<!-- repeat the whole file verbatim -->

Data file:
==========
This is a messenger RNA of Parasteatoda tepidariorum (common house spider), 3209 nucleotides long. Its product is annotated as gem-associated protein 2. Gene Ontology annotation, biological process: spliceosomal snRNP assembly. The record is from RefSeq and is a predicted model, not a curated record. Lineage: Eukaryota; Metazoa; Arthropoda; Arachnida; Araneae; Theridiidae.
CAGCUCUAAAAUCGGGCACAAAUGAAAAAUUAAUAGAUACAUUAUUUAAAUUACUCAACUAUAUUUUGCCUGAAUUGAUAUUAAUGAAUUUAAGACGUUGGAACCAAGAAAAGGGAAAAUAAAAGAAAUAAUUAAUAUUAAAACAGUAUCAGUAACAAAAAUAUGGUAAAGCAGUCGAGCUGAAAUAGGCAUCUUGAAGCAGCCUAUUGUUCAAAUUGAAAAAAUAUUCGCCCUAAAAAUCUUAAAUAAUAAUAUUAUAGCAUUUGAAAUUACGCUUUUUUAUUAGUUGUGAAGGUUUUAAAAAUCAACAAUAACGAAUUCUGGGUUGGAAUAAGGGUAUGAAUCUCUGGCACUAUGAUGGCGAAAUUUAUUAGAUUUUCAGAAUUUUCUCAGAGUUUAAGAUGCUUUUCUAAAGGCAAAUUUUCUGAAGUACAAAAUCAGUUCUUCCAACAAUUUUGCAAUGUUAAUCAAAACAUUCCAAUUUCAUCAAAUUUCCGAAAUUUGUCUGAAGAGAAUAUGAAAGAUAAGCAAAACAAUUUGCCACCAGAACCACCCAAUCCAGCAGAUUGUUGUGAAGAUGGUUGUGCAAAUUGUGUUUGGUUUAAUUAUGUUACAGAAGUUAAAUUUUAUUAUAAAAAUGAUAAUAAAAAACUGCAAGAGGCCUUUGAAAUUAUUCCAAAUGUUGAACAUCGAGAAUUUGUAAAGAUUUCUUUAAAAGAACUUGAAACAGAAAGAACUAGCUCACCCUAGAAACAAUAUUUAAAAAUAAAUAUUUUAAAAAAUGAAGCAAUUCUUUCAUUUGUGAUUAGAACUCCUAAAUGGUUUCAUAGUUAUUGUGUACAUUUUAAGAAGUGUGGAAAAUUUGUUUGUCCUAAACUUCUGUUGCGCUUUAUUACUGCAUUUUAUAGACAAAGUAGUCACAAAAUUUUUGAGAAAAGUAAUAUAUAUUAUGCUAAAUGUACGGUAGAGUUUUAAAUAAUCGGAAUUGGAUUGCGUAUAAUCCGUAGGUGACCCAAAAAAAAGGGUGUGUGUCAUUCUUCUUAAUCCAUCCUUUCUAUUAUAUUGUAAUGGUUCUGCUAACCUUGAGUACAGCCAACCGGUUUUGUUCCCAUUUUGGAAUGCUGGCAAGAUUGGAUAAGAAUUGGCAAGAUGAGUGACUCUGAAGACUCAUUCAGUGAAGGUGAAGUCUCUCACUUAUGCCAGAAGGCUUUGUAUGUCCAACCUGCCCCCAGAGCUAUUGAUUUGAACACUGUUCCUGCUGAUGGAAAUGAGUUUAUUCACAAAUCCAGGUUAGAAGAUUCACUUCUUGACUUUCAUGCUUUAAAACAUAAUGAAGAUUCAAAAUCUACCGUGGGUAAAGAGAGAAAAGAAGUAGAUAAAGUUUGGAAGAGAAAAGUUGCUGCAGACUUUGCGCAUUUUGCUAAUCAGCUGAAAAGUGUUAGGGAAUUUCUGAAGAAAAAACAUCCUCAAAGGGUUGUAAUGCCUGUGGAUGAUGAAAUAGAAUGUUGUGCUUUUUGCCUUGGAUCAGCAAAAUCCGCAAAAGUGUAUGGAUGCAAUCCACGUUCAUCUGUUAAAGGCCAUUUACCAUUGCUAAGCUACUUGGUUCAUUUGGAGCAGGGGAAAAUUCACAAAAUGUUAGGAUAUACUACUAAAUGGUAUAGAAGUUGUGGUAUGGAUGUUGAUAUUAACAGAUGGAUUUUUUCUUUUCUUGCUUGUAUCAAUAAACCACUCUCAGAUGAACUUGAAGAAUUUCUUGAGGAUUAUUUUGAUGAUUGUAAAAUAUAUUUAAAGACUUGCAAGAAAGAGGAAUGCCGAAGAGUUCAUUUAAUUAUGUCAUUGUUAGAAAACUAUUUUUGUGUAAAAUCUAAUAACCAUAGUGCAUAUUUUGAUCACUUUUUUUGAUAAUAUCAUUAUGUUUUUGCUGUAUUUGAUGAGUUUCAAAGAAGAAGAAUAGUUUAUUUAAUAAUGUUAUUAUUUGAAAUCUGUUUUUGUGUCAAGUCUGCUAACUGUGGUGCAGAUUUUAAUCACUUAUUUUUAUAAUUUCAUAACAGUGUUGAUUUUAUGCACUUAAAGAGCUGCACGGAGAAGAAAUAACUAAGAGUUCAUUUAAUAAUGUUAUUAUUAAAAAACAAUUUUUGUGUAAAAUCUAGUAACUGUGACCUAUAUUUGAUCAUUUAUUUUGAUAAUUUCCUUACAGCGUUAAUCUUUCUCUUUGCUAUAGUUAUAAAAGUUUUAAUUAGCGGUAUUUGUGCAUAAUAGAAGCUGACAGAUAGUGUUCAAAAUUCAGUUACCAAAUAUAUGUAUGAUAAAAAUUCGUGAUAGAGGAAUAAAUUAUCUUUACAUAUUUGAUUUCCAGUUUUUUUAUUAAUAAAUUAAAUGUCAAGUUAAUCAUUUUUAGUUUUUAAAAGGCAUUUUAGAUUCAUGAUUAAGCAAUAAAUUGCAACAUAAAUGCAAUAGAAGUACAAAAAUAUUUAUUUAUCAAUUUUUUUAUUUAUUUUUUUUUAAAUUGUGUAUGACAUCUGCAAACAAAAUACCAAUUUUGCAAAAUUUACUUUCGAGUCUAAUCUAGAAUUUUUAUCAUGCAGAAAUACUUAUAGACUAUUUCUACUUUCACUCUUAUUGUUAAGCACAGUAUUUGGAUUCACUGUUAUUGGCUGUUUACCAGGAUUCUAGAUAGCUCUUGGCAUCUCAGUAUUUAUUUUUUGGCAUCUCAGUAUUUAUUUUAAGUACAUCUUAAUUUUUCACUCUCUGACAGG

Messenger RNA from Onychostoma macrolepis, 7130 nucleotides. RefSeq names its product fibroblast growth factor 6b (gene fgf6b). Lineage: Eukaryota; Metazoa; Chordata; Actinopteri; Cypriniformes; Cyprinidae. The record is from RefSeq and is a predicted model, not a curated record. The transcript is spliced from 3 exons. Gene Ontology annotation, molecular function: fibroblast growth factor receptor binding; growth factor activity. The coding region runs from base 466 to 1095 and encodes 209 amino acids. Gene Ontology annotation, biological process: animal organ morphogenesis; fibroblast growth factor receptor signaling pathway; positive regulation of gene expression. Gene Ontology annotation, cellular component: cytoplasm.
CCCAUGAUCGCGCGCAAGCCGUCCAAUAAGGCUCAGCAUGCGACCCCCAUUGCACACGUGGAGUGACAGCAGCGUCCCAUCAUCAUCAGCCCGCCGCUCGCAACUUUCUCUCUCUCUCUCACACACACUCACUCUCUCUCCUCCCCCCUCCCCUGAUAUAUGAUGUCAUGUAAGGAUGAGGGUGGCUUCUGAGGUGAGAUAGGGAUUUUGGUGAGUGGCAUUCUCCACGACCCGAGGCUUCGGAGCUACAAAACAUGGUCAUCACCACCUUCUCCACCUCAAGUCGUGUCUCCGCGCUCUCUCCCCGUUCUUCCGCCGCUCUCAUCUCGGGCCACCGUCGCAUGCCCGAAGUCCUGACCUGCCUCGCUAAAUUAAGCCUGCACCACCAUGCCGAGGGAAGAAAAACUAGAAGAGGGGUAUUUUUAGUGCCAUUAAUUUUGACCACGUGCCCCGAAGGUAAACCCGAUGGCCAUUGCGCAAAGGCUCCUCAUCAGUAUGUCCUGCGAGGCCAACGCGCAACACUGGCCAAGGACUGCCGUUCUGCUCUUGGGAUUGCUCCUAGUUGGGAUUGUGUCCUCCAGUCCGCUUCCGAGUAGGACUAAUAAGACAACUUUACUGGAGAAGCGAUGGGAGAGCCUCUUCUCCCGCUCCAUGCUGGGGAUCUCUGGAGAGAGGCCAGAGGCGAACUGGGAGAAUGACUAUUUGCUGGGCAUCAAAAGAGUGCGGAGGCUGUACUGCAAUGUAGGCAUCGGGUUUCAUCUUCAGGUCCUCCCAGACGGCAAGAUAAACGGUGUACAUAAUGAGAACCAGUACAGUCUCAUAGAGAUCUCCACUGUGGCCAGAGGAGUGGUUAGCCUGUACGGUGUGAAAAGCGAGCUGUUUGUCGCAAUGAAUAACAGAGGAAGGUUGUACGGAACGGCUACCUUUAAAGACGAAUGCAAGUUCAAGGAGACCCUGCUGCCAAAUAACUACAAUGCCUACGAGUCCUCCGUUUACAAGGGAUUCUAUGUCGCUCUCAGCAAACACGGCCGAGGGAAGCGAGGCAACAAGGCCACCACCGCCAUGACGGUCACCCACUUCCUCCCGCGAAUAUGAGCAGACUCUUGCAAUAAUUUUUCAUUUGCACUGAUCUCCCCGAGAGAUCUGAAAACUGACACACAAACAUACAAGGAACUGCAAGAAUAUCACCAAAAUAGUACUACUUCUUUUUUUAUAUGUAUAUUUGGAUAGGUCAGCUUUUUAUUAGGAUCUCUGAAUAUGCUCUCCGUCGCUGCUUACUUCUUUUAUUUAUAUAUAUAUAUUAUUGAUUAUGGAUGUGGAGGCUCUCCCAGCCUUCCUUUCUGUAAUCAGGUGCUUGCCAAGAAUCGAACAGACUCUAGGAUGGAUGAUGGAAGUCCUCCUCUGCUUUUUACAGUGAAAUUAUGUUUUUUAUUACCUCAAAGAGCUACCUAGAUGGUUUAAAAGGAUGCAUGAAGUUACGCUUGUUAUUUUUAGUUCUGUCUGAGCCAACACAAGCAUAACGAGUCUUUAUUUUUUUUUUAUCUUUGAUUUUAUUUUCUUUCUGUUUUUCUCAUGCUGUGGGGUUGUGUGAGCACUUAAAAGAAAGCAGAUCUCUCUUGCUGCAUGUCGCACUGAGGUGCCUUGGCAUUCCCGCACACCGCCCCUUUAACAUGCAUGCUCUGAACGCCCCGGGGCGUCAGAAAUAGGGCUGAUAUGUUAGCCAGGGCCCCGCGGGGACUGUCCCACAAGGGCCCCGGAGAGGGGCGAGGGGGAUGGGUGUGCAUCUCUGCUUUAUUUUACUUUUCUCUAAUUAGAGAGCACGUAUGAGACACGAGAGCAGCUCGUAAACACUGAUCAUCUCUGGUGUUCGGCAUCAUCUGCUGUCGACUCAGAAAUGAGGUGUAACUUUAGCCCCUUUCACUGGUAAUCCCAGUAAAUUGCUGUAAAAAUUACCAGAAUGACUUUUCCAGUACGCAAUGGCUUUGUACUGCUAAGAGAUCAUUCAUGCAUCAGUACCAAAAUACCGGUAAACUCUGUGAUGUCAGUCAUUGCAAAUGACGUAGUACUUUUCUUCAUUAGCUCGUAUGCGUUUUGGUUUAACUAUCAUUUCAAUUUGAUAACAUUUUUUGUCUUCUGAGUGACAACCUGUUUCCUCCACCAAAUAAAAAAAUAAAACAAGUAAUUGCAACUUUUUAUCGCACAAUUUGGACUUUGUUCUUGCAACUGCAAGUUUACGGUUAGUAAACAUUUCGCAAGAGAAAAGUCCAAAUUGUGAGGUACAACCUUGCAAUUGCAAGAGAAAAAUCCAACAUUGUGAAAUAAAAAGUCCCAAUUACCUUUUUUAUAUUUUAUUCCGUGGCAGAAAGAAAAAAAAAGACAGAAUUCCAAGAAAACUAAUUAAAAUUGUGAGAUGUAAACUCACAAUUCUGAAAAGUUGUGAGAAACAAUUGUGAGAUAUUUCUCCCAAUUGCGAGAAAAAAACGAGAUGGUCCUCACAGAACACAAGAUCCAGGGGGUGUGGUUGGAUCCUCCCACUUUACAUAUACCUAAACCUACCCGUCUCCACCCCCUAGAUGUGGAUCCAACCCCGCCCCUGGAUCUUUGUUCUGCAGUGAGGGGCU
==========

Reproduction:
This is a messenger RNA of Parasteatoda tepidariorum (common house spider), 3209 nucleotides long. Its product is annotated as gem-associated protein 2. Gene Ontology annotation, biological process: spliceosomal snRNP assembly. The record is from RefSeq and is a predicted model, not a curated record. Lineage: Eukaryota; Metazoa; Arthropoda; Arachnida; Araneae; Theridiidae.
CAGCUCUAAAAUCGGGCACAAAUGAAAAAUUAAUAGAUACAUUAUUUAAAUUACUCAACUAUAUUUUGCCUGAAUUGAUAUUAAUGAAUUUAAGACGUUGGAACCAAGAAAAGGGAAAAUAAAAGAAAUAAUUAAUAUUAAAACAGUAUCAGUAACAAAAAUAUGGUAAAGCAGUCGAGCUGAAAUAGGCAUCUUGAAGCAGCCUAUUGUUCAAAUUGAAAAAAUAUUCGCCCUAAAAAUCUUAAAUAAUAAUAUUAUAGCAUUUGAAAUUACGCUUUUUUAUUAGUUGUGAAGGUUUUAAAAAUCAACAAUAACGAAUUCUGGGUUGGAAUAAGGGUAUGAAUCUCUGGCACUAUGAUGGCGAAAUUUAUUAGAUUUUCAGAAUUUUCUCAGAGUUUAAGAUGCUUUUCUAAAGGCAAAUUUUCUGAAGUACAAAAUCAGUUCUUCCAACAAUUUUGCAAUGUUAAUCAAAACAUUCCAAUUUCAUCAAAUUUCCGAAAUUUGUCUGAAGAGAAUAUGAAAGAUAAGCAAAACAAUUUGCCACCAGAACCACCCAAUCCAGCAGAUUGUUGUGAAGAUGGUUGUGCAAAUUGUGUUUGGUUUAAUUAUGUUACAGAAGUUAAAUUUUAUUAUAAAAAUGAUAAUAAAAAACUGCAAGAGGCCUUUGAAAUUAUUCCAAAUGUUGAACAUCGAGAAUUUGUAAAGAUUUCUUUAAAAGAACUUGAAACAGAAAGAACUAGCUCACCCUAGAAACAAUAUUUAAAAAUAAAUAUUUUAAAAAAUGAAGCAAUUCUUUCAUUUGUGAUUAGAACUCCUAAAUGGUUUCAUAGUUAUUGUGUACAUUUUAAGAAGUGUGGAAAAUUUGUUUGUCCUAAACUUCUGUUGCGCUUUAUUACUGCAUUUUAUAGACAAAGUAGUCACAAAAUUUUUGAGAAAAGUAAUAUAUAUUAUGCUAAAUGUACGGUAGAGUUUUAAAUAAUCGGAAUUGGAUUGCGUAUAAUCCGUAGGUGACCCAAAAAAAAGGGUGUGUGUCAUUCUUCUUAAUCCAUCCUUUCUAUUAUAUUGUAAUGGUUCUGCUAACCUUGAGUACAGCCAACCGGUUUUGUUCCCAUUUUGGAAUGCUGGCAAGAUUGGAUAAGAAUUGGCAAGAUGAGUGACUCUGAAGACUCAUUCAGUGAAGGUGAAGUCUCUCACUUAUGCCAGAAGGCUUUGUAUGUCCAACCUGCCCCCAGAGCUAUUGAUUUGAACACUGUUCCUGCUGAUGGAAAUGAGUUUAUUCACAAAUCCAGGUUAGAAGAUUCACUUCUUGACUUUCAUGCUUUAAAACAUAAUGAAGAUUCAAAAUCUACCGUGGGUAAAGAGAGAAAAGAAGUAGAUAAAGUUUGGAAGAGAAAAGUUGCUGCAGACUUUGCGCAUUUUGCUAAUCAGCUGAAAAGUGUUAGGGAAUUUCUGAAGAAAAAACAUCCUCAAAGGGUUGUAAUGCCUGUGGAUGAUGAAAUAGAAUGUUGUGCUUUUUGCCUUGGAUCAGCAAAAUCCGCAAAAGUGUAUGGAUGCAAUCCACGUUCAUCUGUUAAAGGCCAUUUACCAUUGCUAAGCUACUUGGUUCAUUUGGAGCAGGGGAAAAUUCACAAAAUGUUAGGAUAUACUACUAAAUGGUAUAGAAGUUGUGGUAUGGAUGUUGAUAUUAACAGAUGGAUUUUUUCUUUUCUUGCUUGUAUCAAUAAACCACUCUCAGAUGAACUUGAAGAAUUUCUUGAGGAUUAUUUUGAUGAUUGUAAAAUAUAUUUAAAGACUUGCAAGAAAGAGGAAUGCCGAAGAGUUCAUUUAAUUAUGUCAUUGUUAGAAAACUAUUUUUGUGUAAAAUCUAAUAACCAUAGUGCAUAUUUUGAUCACUUUUUUUGAUAAUAUCAUUAUGUUUUUGCUGUAUUUGAUGAGUUUCAAAGAAGAAGAAUAGUUUAUUUAAUAAUGUUAUUAUUUGAAAUCUGUUUUUGUGUCAAGUCUGCUAACUGUGGUGCAGAUUUUAAUCACUUAUUUUUAUAAUUUCAUAACAGUGUUGAUUUUAUGCACUUAAAGAGCUGCACGGAGAAGAAAUAACUAAGAGUUCAUUUAAUAAUGUUAUUAUUAAAAAACAAUUUUUGUGUAAAAUCUAGUAACUGUGACCUAUAUUUGAUCAUUUAUUUUGAUAAUUUCCUUACAGCGUUAAUCUUUCUCUUUGCUAUAGUUAUAAAAGUUUUAAUUAGCGGUAUUUGUGCAUAAUAGAAGCUGACAGAUAGUGUUCAAAAUUCAGUUACCAAAUAUAUGUAUGAUAAAAAUUCGUGAUAGAGGAAUAAAUUAUCUUUACAUAUUUGAUUUCCAGUUUUUUUAUUAAUAAAUUAAAUGUCAAGUUAAUCAUUUUUAGUUUUUAAAAGGCAUUUUAGAUUCAUGAUUAAGCAAUAAAUUGCAACAUAAAUGCAAUAGAAGUACAAAAAUAUUUAUUUAUCAAUUUUUUUAUUUAUUUUUUUUUAAAUUGUGUAUGACAUCUGCAAACAAAAUACCAAUUUUGCAAAAUUUACUUUCGAGUCUAAUCUAGAAUUUUUAUCAUGCAGAAAUACUUAUAGACUAUUUCUACUUUCACUCUUAUUGUUAAGCACAGUAUUUGGAUUCACUGUUAUUGGCUGUUUACCAGGAUUCUAGAUAGCUCUUGGCAUCUCAGUAUUUAUUUUUUGGCAUCUCAGUAUUUAUUUUAAGUACAUCUUAAUUUUUCACUCUCUGACAGG

Messenger RNA from Onychostoma macrolepis, 7130 nucleotides. RefSeq names its product fibroblast growth factor 6b (gene fgf6b). Lineage: Eukaryota; Metazoa; Chordata; Actinopteri; Cypriniformes; Cyprinidae. The record is from RefSeq and is a predicted model, not a curated record. The transcript is spliced from 3 exons. Gene Ontology annotation, molecular function: fibroblast growth factor receptor binding; growth factor activity. The coding region runs from base 466 to 1095 and encodes 209 amino acids. Gene Ontology annotation, biological process: animal organ morphogenesis; fibroblast growth factor receptor signaling pathway; positive regulation of gene expression. Gene Ontology annotation, cellular component: cytoplasm.
CCCAUGAUCGCGCGCAAGCCGUCCAAUAAGGCUCAGCAUGCGACCCCCAUUGCACACGUGGAGUGACAGCAGCGUCCCAUCAUCAUCAGCCCGCCGCUCGCAACUUUCUCUCUCUCUCUCACACACACUCACUCUCUCUCCUCCCCCCUCCCCUGAUAUAUGAUGUCAUGUAAGGAUGAGGGUGGCUUCUGAGGUGAGAUAGGGAUUUUGGUGAGUGGCAUUCUCCACGACCCGAGGCUUCGGAGCUACAAAACAUGGUCAUCACCACCUUCUCCACCUCAAGUCGUGUCUCCGCGCUCUCUCCCCGUUCUUCCGCCGCUCUCAUCUCGGGCCACCGUCGCAUGCCCGAAGUCCUGACCUGCCUCGCUAAAUUAAGCCUGCACCACCAUGCCGAGGGAAGAAAAACUAGAAGAGGGGUAUUUUUAGUGCCAUUAAUUUUGACCACGUGCCCCGAAGGUAAACCCGAUGGCCAUUGCGCAAAGGCUCCUCAUCAGUAUGUCCUGCGAGGCCAACGCGCAACACUGGCCAAGGACUGCCGUUCUGCUCUUGGGAUUGCUCCUAGUUGGGAUUGUGUCCUCCAGUCCGCUUCCGAGUAGGACUAAUAAGACAACUUUACUGGAGAAGCGAUGGGAGAGCCUCUUCUCCCGCUCCAUGCUGGGGAUCUCUGGAGAGAGGCCAGAGGCGAACUGGGAGAAUGACUAUUUGCUGGGCAUCAAAAGAGUGCGGAGGCUGUACUGCAAUGUAGGCAUCGGGUUUCAUCUUCAGGUCCUCCCAGACGGCAAGAUAAACGGUGUACAUAAUGAGAACCAGUACAGUCUCAUAGAGAUCUCCACUGUGGCCAGAGGAGUGGUUAGCCUGUACGGUGUGAAAAGCGAGCUGUUUGUCGCAAUGAAUAACAGAGGAAGGUUGUACGGAACGGCUACCUUUAAAGACGAAUGCAAGUUCAAGGAGACCCUGCUGCCAAAUAACUACAAUGCCUACGAGUCCUCCGUUUACAAGGGAUUCUAUGUCGCUCUCAGCAAACACGGCCGAGGGAAGCGAGGCAACAAGGCCACCACCGCCAUGACGGUCACCCACUUCCUCCCGCGAAUAUGAGCAGACUCUUGCAAUAAUUUUUCAUUUGCACUGAUCUCCCCGAGAGAUCUGAAAACUGACACACAAACAUACAAGGAACUGCAAGAAUAUCACCAAAAUAGUACUACUUCUUUUUUUAUAUGUAUAUUUGGAUAGGUCAGCUUUUUAUUAGGAUCUCUGAAUAUGCUCUCCGUCGCUGCUUACUUCUUUUAUUUAUAUAUAUAUAUUAUUGAUUAUGGAUGUGGAGGCUCUCCCAGCCUUCCUUUCUGUAAUCAGGUGCUUGCCAAGAAUCGAACAGACUCUAGGAUGGAUGAUGGAAGUCCUCCUCUGCUUUUUACAGUGAAAUUAUGUUUUUUAUUACCUCAAAGAGCUACCUAGAUGGUUUAAAAGGAUGCAUGAAGUUACGCUUGUUAUUUUUAGUUCUGUCUGAGCCAACACAAGCAUAACGAGUCUUUAUUUUUUUUUUAUCUUUGAUUUUAUUUUCUUUCUGUUUUUCUCAUGCUGUGGGGUUGUGUGAGCACUUAAAAGAAAGCAGAUCUCUCUUGCUGCAUGUCGCACUGAGGUGCCUUGGCAUUCCCGCACACCGCCCCUUUAACAUGCAUGCUCUGAACGCCCCGGGGCGUCAGAAAUAGGGCUGAUAUGUUAGCCAGGGCCCCGCGGGGACUGUCCCACAAGGGCCCCGGAGAGGGGCGAGGGGGAUGGGUGUGCAUCUCUGCUUUAUUUUACUUUUCUCUAAUUAGAGAGCACGUAUGAGACACGAGAGCAGCUCGUAAACACUGAUCAUCUCUGGUGUUCGGCAUCAUCUGCUGUCGACUCAGAAAUGAGGUGUAACUUUAGCCCCUUUCACUGGUAAUCCCAGUAAAUUGCUGUAAAAAUUACCAGAAUGACUUUUCCAGUACGCAAUGGCUUUGUACUGCUAAGAGAUCAUUCAUGCAUCAGUACCAAAAUACCGGUAAACUCUGUGAUGUCAGUCAUUGCAAAUGACGUAGUACUUUUCUUCAUUAGCUCGUAUGCGUUUUGGUUUAACUAUCAUUUCAAUUUGAUAACAUUUUUUGUCUUCUGAGUGACAACCUGUUUCCUCCACCAAAUAAAAAAAUAAAACAAGUAAUUGCAACUUUUUAUCGCACAAUUUGGACUUUGUUCUUGCAACUGCAAGUUUACGGUUAGUAAACAUUUCGCAAGAGAAAAGUCCAAAUUGUGAGGUACAACCUUGCAAUUGCAAGAGAAAAAUCCAACAUUGUGAAAUAAAAAGUCCCAAUUACCUUUUUUAUAUUUUAUUCCGUGGCAGAAAGAAAAAAAAAGACAGAAUUCCAAGAAAACUAAUUAAAAUUGUGAGAUGUAAACUCACAAUUCUGAAAAGUUGUGAGAAACAAUUGUGAGAUAUUUCUCCCAAUUGCGAGAAAAAAACGAGAUGGUCCUCACAGAACACAAGAUCCAGGGGGUGUGGUUGGAUCCUCCCACUUUACAUAUACCUAAACCUACCCGUCUCCACCCCCUAGAUGUGGAUCCAACCCCGCCCCUGGAUCUUUGUUCUGCAGUGAGGGGCU